Volatility 2020: Guide to market recoveries
May 21, 2020
Capital Group video transcript: “How we’re pursuing winners in today’s environment”
Will McKenna: I'd love to hear any themes that you and the investment team are thinking about that you see out there playing out that our audience would find interesting and that we ought to be keeping our eye on over the next 12, 18 months.
David Polak: The big debate that I pick up a lot within the investment groups at Capital/American Funds is the environment that we're currently in, in terms of just the degree of deflationary pressures. So we have $17 trillion of negative-yielding bonds. That feels very odd. That's about 28% of the global ag[gregate], just to put it into context. And how do you invest in this kind of environment? What are the companies that you should be looking at?
And companies that are growing of their own volition — are less dependent on GDP growth —are probably going to do well in this environment because the cost of money is very low. Actually, the cost of money in some parts of the world is —
Will McKenna: “We’ll pay you.”
David Polak: … extremely low.
Will McKenna: Yeah, yeah.
David Polak: Right. And so that enables you to take a much longer term view, and that plays into a lot of these secular growth — these durable growth — companies, long duration assets, effectively. And there's a ton of innovation out there, whether that's the internet as a zero marginal cost distribution network — that kind of changes everything for a lot of companies. They can go overseas into new markets far more easily. You have the network effect of data storage through the cloud. You have huge medical and scientific discovery going on.
Will McKenna: Yeah, it's a real golden age of —
David Polak: It's a golden age of innovation.
Will McKenna: ... of patent work and innovation in pharmaceuticals and biotech.
David Polak: And that's meeting a period of low rates that allows these companies to thrive in stock terms.
But it's easy to get carried away. You can fall in love with these kind of companies, these themes, and the minute you stop paying attention to valuation, you can easily get lost. And so, the debate I hear is, “How much longer can these kind of companies grow?” And it's different questions for different companies; we're not asking a question about the whole group. But which are the companies that we think the market has yet to really appreciate how far they can grow?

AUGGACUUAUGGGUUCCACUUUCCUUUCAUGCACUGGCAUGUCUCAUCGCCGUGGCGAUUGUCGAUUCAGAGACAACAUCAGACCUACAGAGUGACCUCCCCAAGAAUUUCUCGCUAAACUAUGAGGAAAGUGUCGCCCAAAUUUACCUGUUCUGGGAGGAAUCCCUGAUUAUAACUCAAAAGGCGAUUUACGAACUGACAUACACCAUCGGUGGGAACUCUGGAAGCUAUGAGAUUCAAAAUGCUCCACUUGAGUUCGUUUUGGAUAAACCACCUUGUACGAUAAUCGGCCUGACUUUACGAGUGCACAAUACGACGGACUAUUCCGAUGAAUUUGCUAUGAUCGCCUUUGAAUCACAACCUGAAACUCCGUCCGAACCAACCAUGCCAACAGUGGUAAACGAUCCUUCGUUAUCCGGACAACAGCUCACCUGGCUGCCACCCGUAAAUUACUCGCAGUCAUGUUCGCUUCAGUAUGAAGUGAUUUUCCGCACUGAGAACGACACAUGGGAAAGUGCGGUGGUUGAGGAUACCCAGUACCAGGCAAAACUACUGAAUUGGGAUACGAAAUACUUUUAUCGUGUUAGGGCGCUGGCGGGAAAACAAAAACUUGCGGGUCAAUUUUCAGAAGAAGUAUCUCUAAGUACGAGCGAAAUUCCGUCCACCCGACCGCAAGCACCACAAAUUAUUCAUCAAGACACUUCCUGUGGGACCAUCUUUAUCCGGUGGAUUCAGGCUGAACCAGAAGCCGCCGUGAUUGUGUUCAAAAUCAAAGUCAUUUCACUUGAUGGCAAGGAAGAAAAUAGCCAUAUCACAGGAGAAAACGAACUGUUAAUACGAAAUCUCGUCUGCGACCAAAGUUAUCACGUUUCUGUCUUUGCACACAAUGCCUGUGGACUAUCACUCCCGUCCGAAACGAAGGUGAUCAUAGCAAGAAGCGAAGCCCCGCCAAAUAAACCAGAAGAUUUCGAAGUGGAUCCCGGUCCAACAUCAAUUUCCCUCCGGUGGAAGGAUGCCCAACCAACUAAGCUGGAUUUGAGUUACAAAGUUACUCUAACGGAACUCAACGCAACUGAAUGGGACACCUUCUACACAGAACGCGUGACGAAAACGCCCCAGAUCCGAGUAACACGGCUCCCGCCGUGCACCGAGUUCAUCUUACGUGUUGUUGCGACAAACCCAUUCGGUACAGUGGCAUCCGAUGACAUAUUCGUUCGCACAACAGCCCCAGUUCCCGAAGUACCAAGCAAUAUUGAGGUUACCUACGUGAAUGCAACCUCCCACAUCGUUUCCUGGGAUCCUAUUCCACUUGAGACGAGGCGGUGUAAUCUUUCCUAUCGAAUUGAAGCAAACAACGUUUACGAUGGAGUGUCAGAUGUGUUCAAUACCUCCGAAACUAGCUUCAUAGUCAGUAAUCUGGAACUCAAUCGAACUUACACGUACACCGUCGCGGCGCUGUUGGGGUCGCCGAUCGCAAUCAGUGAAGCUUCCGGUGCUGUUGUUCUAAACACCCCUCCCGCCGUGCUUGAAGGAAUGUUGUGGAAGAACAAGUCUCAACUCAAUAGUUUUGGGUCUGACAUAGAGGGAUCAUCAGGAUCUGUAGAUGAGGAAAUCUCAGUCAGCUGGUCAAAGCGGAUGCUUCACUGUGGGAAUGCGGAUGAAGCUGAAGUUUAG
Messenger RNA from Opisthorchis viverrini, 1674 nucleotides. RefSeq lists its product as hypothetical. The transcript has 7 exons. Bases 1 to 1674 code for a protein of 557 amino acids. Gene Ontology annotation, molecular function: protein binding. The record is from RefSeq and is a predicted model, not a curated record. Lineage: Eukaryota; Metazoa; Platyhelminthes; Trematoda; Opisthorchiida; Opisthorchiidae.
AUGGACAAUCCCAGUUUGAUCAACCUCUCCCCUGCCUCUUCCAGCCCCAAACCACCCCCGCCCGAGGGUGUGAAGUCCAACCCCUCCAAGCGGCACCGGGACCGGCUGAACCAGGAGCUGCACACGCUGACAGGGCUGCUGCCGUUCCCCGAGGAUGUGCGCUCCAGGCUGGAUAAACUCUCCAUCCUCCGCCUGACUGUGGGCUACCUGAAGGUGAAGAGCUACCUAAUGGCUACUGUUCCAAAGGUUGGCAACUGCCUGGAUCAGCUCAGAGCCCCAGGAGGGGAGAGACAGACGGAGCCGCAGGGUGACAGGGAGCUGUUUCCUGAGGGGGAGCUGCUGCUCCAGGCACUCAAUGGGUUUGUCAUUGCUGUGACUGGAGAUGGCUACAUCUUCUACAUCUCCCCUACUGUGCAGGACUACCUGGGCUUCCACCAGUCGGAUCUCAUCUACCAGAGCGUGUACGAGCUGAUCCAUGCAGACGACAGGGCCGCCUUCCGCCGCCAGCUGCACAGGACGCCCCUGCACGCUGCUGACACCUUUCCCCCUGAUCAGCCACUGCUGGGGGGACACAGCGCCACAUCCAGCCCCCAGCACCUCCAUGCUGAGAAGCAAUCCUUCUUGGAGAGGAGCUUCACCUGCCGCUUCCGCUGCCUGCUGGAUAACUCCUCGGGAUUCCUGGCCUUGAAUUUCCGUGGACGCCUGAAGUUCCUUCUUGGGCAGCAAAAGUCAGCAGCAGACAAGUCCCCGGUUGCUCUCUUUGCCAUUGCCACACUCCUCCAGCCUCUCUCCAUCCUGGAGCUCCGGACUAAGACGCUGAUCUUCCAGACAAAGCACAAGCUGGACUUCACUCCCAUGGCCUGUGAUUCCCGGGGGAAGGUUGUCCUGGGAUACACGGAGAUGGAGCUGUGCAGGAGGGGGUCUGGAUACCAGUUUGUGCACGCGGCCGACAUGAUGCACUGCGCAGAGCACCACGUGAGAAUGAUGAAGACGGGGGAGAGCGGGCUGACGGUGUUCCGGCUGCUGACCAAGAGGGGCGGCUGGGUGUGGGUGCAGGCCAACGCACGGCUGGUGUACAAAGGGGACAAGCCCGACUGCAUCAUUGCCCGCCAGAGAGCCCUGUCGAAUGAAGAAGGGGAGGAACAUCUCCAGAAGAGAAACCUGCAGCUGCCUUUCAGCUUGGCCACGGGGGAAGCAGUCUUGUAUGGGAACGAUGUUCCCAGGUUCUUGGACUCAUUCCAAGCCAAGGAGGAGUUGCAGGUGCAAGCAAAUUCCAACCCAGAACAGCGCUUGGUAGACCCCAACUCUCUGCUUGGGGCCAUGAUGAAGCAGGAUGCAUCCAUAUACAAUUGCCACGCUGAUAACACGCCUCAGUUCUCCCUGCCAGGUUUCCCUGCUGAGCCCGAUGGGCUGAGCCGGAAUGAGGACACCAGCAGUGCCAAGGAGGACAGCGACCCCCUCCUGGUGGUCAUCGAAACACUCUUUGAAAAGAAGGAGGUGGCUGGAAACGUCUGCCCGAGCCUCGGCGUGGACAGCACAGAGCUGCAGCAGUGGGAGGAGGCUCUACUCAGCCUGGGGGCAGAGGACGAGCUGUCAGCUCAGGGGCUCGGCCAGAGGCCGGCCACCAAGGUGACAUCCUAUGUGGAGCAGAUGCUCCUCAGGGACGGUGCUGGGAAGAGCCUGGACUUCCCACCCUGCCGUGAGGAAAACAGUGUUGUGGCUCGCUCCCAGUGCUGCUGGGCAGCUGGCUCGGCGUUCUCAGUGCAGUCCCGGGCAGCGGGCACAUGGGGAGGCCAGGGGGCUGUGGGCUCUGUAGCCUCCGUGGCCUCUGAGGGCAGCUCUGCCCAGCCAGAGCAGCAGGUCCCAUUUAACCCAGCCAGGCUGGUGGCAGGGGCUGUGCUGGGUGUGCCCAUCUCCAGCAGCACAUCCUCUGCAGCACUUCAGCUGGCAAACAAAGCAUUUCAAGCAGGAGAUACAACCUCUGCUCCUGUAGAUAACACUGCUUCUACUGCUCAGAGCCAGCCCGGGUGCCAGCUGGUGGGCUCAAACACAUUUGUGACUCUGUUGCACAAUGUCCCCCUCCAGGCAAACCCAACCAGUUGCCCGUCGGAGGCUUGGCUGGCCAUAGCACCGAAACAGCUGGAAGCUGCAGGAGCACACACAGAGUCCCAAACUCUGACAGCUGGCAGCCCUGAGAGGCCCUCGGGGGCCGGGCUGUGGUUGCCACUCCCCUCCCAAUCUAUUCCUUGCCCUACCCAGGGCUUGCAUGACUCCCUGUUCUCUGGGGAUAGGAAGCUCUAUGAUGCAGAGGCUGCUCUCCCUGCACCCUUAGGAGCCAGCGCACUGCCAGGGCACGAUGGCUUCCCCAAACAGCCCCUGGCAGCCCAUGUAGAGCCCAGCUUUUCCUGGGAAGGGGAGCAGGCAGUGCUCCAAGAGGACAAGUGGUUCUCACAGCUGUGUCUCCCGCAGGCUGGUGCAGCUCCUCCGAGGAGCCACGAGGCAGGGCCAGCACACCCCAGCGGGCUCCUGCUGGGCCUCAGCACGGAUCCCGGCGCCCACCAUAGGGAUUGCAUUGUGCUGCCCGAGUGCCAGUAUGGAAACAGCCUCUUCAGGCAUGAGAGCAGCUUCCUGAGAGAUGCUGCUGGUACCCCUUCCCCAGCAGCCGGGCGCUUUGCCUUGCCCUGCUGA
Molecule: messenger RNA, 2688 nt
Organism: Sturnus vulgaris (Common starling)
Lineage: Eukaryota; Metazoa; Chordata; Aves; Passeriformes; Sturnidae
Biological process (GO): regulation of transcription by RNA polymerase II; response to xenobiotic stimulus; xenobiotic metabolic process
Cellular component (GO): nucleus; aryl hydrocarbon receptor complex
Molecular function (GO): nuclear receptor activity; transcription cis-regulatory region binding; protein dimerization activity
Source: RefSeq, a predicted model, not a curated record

But at the same time — and often outside the United States — you hear the discussion of, “But there's an awful lot of companies that've just been simply left behind.” And the gap between those that have done well — that we continue to like — and those that have been left behind has become really quite large.
But there are a lot that actually represent compelling value in the eyes of a lot of our investors. I've heard a couple of times people say, "It's quite interesting how you can build a diversified portfolio on a P/E of less than 10 times." And that's really interesting.
Will McKenna: Particularly at this point in the cycle.
David Polak: Exactly. And so you're getting almost this barbell sort of approach —
Will McKenna: Right.
David Polak: ... across the investment group of a lot of growthy companies that we continue to really like —
Will McKenna: The real wealth creators —
David Polak: Yeah.
Will McKenna: … the secular growers.
David Polak: Yeah, yeah. And they've got an industry setup that's attractive, a structure that's attractive and growth prospects that we still think are underappreciated in the stock market.
At the same time, there's a lot of companies that have actually grown stronger through really difficult times. And we have found, over the years, tremendous opportunity in companies that have had to face, for instance, overvalued exchange rates or tough economic conditions in their major markets. And what doesn't kill you makes you stronger. And a lot of these companies are reflecting the problems they've had rather than the steps they put in place to actually deal with those problems and begin to expand. And those stocks can often generate fantastic returns as the market begins to pick up on the fact —
Will McKenna: The changes that they've made to strengthen their balance sheets and strengthen their operations.
David Polak: And when they have a low valuation to start with, that flows through really, really quickly. So you have all these interesting discussions, these crosscurrents going on.
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